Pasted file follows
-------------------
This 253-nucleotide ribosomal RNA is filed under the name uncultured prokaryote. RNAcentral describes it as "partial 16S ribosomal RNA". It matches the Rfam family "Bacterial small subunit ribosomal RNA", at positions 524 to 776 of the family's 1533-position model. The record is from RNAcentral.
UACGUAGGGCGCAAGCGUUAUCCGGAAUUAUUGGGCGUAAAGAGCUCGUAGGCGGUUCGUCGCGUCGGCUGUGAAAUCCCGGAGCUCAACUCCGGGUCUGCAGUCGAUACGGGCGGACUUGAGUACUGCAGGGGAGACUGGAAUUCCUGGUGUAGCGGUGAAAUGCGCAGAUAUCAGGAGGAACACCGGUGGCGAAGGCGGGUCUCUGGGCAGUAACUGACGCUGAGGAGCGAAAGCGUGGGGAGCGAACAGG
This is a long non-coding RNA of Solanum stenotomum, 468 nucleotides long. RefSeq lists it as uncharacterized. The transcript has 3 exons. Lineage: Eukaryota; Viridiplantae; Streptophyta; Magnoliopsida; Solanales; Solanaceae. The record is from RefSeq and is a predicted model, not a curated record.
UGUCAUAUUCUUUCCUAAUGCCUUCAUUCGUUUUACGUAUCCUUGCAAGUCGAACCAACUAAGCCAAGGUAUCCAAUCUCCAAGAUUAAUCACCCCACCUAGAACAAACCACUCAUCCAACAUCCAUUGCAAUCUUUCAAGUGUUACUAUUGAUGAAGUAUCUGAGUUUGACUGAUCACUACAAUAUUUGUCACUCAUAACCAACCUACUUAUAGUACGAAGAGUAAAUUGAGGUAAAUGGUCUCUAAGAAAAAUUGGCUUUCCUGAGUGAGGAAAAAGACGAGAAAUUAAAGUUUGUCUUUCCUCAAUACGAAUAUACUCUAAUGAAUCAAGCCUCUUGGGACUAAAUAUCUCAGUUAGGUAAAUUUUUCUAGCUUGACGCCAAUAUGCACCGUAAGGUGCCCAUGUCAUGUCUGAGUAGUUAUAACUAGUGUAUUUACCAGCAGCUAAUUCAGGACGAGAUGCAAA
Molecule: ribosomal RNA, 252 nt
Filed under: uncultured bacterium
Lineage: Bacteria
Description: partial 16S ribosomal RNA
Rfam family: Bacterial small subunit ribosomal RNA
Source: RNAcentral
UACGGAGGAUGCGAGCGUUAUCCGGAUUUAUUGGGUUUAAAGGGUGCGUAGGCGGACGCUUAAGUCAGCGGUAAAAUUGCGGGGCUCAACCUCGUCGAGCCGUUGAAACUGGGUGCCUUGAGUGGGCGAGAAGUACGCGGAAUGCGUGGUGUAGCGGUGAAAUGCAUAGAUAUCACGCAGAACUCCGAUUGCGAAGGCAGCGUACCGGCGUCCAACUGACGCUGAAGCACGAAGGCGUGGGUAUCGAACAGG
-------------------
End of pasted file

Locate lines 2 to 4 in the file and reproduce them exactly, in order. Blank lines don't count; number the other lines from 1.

UACGUAGGGCGCAAGCGUUAUCCGGAAUUAUUGGGCGUAAAGAGCUCGUAGGCGGUUCGUCGCGUCGGCUGUGAAAUCCCGGAGCUCAACUCCGGGUCUGCAGUCGAUACGGGCGGACUUGAGUACUGCAGGGGAGACUGGAAUUCCUGGUGUAGCGGUGAAAUGCGCAGAUAUCAGGAGGAACACCGGUGGCGAAGGCGGGUCUCUGGGCAGUAACUGACGCUGAGGAGCGAAAGCGUGGGGAGCGAACAGG
This is a long non-coding RNA of Solanum stenotomum, 468 nucleotides long. RefSeq lists it as uncharacterized. The transcript has 3 exons. Lineage: Eukaryota; Viridiplantae; Streptophyta; Magnoliopsida; Solanales; Solanaceae. The record is from RefSeq and is a predicted model, not a curated record.
UGUCAUAUUCUUUCCUAAUGCCUUCAUUCGUUUUACGUAUCCUUGCAAGUCGAACCAACUAAGCCAAGGUAUCCAAUCUCCAAGAUUAAUCACCCCACCUAGAACAAACCACUCAUCCAACAUCCAUUGCAAUCUUUCAAGUGUUACUAUUGAUGAAGUAUCUGAGUUUGACUGAUCACUACAAUAUUUGUCACUCAUAACCAACCUACUUAUAGUACGAAGAGUAAAUUGAGGUAAAUGGUCUCUAAGAAAAAUUGGCUUUCCUGAGUGAGGAAAAAGACGAGAAAUUAAAGUUUGUCUUUCCUCAAUACGAAUAUACUCUAAUGAAUCAAGCCUCUUGGGACUAAAUAUCUCAGUUAGGUAAAUUUUUCUAGCUUGACGCCAAUAUGCACCGUAAGGUGCCCAUGUCAUGUCUGAGUAGUUAUAACUAGUGUAUUUACCAGCAGCUAAUUCAGGACGAGAUGCAAA